You may have noticed, two of my synths don’t have any keys at all (don’t believe me? scroll up and look at the NES).  How do I play these?  I can certainly just program in the notes, but that’s a very rigid way of interacting with a musical device.  My fingers want to dance out their sonic dreams.  To make matters more interesting, the Nord can have up to 4 instruments on it but only has one keyboard.  This is a lot of control I’d like to have and I’m clearly short on interfaces to do so.

Integrated Midi Controllers

Luckily for me in the MIDI world, you can pretty much control anything with anything else you want.  I.e. Just because keys are physically connected to one synth doesn’t mean that those keys have to play specifically that synth.  They can play other synths, any other synth, any other synth in the whole world… as long as it listens to MIDI messages.  Both the Juno and the Nord can output these messages, which means they are both capable of playing the huge pile of synthesizers I have available to me.

Of these two synths, the Nord has a lot more flexibility in how it can be used as a MIDI controller; it’s not even worth discussing the Juno in this regard.  Basically, that flexibility is that I can tell the Nord not to play the Nord when I play the Nord.  Confused?  Good.

The Nord’s keyboard is a MIDI controller like any normal midi controller you find, it’s just integrated.  By default, when I play it, it routes it’s midi signals to the synthie bits that are packaged with the Nord based on it’s active configuration.  If I  select slot A then the keys play slot A.  If I select slots B and D, then the keys play slots B and D.

But this is just a default – I can break this functionality.  Instead, we tell the Nord not to play itself but to just output what it would play on the Nord’s MIDI out.  And with that MIDI out I can do anything I want, like route it to another synth and play that synth… instead.

Playing a pile of synths with one keyboard

That’s all well and good, except when you think about how you setup one controller to play 6 synths (4 on the Nord, Ay3, and NES).  Okay, 7 synths (why not have it play the Juno too?).

Squarp Pyramid to the rescue.  The Pyramid has 1 midi in and can route that in to your devices (err… channels) in various ways.  Well, two ways;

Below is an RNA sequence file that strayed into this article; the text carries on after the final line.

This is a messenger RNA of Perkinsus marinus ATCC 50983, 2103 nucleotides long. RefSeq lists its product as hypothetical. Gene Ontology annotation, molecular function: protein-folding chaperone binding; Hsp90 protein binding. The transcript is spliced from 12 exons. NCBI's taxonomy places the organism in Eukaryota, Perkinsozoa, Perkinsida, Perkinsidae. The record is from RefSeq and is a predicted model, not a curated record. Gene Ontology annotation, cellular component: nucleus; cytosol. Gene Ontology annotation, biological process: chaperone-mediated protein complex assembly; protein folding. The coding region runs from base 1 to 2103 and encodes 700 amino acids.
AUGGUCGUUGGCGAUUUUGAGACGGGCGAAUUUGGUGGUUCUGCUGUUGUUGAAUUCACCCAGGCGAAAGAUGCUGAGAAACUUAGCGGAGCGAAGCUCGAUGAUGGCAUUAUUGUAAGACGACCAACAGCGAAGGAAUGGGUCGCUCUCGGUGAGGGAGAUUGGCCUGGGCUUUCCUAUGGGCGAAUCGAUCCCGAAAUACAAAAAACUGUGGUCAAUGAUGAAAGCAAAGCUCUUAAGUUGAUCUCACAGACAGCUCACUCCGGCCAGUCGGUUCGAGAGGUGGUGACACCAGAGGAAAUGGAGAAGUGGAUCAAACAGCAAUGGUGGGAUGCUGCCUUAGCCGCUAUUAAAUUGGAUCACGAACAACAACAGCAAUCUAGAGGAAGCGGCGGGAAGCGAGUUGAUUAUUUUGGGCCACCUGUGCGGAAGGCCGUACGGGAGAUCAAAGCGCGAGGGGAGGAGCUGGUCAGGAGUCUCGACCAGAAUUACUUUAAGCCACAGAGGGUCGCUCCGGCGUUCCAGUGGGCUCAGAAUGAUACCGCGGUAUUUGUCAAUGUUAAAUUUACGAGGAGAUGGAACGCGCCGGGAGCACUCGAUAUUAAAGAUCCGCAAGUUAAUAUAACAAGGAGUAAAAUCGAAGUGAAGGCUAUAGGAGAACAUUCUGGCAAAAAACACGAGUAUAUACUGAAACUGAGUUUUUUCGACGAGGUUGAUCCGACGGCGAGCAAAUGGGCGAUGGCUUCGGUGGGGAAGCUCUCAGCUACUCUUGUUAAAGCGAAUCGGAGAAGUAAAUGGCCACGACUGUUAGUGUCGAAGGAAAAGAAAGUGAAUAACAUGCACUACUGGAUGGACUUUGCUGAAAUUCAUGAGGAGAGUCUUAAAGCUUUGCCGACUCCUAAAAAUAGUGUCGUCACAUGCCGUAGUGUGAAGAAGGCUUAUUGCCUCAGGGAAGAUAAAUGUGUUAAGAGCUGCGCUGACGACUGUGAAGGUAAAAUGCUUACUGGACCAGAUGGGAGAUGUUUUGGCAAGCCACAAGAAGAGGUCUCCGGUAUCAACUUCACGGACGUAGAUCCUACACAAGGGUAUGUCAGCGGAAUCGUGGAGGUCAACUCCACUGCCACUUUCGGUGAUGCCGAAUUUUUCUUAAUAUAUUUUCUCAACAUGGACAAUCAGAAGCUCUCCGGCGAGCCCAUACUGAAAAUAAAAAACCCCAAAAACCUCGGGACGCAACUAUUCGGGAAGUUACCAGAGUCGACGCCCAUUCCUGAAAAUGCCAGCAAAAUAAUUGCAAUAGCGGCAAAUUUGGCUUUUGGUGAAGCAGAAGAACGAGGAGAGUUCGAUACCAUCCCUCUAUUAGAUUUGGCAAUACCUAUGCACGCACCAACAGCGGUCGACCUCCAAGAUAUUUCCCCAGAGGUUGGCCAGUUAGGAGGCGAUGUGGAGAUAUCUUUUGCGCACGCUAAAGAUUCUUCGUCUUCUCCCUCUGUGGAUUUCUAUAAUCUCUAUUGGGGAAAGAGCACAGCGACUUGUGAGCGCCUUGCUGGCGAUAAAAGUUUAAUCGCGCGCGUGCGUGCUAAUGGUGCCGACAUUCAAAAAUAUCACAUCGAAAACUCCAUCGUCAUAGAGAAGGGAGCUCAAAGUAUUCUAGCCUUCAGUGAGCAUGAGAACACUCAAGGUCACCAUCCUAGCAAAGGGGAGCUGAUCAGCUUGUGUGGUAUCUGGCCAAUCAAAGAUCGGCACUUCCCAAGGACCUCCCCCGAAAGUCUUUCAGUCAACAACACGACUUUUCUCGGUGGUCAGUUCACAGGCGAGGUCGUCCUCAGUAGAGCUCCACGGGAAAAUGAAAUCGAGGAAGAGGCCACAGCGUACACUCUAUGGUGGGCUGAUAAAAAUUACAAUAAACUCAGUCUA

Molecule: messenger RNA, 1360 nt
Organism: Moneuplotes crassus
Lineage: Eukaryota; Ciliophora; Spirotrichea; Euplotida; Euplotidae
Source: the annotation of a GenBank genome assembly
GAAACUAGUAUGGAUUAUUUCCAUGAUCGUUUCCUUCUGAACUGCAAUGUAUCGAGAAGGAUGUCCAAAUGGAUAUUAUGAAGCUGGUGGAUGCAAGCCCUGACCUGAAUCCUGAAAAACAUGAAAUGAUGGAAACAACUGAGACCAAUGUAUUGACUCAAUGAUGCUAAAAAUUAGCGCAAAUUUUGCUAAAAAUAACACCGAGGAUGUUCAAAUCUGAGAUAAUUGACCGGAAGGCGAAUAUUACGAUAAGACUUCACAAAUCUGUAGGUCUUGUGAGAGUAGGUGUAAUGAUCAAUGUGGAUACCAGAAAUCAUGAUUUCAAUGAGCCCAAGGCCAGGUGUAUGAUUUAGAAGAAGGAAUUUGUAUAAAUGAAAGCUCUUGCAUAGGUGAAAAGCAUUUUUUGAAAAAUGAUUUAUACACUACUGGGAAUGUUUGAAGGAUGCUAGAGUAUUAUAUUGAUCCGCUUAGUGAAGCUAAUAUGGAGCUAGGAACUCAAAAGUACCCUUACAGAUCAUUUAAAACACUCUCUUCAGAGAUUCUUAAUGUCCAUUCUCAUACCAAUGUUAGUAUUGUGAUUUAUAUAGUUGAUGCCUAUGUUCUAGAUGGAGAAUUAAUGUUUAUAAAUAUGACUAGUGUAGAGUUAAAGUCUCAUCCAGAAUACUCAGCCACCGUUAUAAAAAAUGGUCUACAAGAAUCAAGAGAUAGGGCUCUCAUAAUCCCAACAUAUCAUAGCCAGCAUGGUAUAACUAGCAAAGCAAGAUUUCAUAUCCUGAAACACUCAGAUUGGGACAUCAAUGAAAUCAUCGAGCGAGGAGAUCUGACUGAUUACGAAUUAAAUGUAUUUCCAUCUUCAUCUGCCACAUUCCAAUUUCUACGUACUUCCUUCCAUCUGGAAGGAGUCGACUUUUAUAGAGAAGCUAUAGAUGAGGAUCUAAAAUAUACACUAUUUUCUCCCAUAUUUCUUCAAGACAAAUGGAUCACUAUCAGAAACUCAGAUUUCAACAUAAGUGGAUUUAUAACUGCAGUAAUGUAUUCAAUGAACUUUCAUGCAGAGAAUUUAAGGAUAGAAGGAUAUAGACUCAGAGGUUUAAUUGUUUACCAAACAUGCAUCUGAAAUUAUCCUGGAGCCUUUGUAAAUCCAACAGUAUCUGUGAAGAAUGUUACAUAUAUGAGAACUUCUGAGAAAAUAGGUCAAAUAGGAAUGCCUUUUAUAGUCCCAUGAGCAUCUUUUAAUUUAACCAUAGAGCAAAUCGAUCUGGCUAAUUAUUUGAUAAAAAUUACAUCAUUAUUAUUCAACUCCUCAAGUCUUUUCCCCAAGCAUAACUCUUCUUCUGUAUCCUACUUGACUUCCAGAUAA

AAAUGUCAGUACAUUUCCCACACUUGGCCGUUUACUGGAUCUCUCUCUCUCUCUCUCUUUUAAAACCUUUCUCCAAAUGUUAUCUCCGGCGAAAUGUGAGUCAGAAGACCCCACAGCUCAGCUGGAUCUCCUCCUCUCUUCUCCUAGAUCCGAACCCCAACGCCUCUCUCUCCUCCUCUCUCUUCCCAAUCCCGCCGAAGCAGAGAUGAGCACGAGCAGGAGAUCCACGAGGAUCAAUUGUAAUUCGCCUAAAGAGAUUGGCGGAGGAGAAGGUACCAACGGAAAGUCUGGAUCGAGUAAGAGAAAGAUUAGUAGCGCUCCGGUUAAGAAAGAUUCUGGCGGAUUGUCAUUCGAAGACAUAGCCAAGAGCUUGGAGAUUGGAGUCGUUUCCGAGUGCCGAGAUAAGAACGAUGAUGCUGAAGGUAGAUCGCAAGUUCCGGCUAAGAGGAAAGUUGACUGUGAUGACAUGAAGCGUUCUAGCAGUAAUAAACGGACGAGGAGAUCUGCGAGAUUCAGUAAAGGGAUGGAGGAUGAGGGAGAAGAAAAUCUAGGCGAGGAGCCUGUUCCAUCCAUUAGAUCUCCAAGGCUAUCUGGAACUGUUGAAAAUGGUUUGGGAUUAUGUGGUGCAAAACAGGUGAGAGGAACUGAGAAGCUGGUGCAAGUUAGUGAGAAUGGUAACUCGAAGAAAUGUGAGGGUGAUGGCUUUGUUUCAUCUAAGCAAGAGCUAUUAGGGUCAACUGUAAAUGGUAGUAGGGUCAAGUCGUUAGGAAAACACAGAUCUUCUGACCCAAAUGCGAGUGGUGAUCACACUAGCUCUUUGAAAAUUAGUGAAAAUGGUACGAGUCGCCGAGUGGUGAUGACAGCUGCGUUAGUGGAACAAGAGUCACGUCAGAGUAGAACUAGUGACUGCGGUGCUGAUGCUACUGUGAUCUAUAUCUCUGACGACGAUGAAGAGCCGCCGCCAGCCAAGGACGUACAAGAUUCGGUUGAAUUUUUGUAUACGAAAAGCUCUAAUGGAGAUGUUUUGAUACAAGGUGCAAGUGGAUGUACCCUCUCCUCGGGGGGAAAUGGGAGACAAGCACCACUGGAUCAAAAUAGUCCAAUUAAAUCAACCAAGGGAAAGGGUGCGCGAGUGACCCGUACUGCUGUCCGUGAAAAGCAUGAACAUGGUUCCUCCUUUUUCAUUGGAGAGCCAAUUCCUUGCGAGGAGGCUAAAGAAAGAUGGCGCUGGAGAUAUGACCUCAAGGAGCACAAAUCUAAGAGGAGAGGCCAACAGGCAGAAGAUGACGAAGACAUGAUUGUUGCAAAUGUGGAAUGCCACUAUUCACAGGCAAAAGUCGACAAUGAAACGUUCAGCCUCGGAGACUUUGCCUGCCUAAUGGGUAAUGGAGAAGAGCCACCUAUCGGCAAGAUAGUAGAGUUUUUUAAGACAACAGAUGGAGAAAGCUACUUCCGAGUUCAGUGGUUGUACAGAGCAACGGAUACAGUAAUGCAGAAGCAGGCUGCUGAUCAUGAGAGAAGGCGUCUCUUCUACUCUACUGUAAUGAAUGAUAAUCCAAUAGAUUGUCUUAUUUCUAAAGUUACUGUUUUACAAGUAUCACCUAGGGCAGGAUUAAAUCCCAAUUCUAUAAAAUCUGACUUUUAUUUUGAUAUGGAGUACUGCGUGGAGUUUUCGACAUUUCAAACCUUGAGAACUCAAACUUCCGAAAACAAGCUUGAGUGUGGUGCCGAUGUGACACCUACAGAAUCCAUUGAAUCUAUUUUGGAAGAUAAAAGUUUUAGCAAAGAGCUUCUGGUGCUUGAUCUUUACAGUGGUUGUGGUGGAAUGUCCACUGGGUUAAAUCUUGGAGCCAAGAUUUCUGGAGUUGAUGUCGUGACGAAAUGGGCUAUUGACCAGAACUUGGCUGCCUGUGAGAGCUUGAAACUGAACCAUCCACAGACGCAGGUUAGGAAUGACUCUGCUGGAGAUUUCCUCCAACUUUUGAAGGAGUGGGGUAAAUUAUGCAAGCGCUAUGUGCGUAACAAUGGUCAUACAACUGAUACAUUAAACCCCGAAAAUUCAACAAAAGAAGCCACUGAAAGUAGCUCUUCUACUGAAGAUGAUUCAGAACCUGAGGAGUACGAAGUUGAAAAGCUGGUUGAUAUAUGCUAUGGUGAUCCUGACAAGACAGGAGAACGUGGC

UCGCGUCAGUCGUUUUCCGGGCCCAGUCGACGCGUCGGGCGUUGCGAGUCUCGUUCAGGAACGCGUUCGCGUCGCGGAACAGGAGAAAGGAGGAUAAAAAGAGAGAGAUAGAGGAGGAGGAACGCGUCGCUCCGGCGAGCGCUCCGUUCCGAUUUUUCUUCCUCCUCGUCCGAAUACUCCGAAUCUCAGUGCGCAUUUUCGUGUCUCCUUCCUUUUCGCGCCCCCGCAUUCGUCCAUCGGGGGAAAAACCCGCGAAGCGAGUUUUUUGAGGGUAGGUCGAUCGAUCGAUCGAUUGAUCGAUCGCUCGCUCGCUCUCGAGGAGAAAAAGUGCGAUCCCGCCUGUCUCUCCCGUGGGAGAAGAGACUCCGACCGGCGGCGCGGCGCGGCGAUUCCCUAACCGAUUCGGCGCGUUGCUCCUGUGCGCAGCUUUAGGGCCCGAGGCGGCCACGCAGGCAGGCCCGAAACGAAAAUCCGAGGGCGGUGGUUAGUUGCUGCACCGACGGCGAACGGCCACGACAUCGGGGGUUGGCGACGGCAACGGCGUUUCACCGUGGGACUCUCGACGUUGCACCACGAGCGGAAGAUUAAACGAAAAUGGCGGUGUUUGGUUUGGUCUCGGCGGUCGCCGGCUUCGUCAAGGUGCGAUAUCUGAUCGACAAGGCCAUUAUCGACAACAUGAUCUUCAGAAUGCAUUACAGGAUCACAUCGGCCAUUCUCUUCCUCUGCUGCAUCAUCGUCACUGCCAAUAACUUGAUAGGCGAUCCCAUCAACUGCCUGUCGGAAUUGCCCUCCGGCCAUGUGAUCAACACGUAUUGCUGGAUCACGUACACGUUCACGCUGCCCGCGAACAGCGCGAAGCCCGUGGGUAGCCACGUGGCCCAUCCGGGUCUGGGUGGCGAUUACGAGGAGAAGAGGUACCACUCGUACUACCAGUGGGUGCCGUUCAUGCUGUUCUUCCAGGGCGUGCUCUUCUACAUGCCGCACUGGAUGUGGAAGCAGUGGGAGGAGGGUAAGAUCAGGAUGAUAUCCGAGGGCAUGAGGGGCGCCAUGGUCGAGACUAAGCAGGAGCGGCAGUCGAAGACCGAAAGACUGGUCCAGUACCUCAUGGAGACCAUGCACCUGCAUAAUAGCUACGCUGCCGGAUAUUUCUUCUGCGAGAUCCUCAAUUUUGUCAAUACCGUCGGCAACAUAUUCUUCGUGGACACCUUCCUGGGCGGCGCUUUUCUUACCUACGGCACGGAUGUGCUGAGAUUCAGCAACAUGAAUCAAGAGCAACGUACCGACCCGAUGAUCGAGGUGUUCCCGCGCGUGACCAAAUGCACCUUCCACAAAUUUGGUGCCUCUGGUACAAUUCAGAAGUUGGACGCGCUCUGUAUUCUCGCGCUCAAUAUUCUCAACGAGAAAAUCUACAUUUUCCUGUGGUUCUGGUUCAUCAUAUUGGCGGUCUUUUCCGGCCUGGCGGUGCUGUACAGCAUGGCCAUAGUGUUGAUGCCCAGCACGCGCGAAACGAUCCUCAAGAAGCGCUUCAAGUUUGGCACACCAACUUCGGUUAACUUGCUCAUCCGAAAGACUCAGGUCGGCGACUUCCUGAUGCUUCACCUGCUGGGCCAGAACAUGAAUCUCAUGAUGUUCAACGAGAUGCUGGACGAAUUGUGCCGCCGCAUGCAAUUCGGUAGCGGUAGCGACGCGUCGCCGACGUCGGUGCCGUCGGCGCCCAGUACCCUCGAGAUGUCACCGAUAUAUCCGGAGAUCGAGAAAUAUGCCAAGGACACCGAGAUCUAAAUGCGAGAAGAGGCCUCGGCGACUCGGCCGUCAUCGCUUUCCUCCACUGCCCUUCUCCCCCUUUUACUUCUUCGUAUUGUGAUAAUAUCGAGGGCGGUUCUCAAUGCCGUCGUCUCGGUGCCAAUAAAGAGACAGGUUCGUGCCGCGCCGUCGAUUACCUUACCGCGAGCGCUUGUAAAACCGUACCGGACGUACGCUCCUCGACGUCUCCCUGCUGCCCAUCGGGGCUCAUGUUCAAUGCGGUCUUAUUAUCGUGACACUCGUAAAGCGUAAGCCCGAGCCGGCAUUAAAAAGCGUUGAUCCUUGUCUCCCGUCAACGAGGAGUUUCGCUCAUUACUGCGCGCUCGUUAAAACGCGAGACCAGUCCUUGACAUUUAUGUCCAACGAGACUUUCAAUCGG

1.  Incoming data on a particular channel is routed to the track of the same number
  2. Incoming data is routed to whatever track is ‘active’ (selected)

That’s it.  I think mode one is omnimode – and I only think that because I decided not to use it and you know, forgot stuff.

How this works:  I use the squarp to select a track, knowing what that track will control (remember my template in the section above?) and that selection will route the MIDI output of my Nord to whatever track I’ve selected.  If I want to play the NES using the Nord I select track 1 on the Pyramid; if I want to play the AY3 I select track 7 (button 7).  Get it?  The Pyramid functions as a multiplexer or switch depending on which branch of engineering you studied in college.

And just like that, I can control every single synth I have from one keyboard.  Boom.   Done.  Winning.

The Big Picture

Okay, one month later and we’ve worked out busing of control signals and some workflow organization.  Things are coming together.  That said, there’s still plenty to do.  I mean, come on folks, I am planning on writing a whole article about program change messages, think about how fucked up that is.  And of course, I haven’t even started talking about making any music, though a little bit of that is happening too.

All of that said, I did think it would be interesting to make a diagram of the setup.  Cause you know, pictures are cool and Friday nights are for diagraming.  This is just the MIDI cabling of course – if I showed the digital power routing, midi message, and the audio routing this picture gets a bit more complex.  Maybe I’ll save that for next time.


Oh, and I guess I physically re-arranged shit too.  You know, to make shit easier to reach: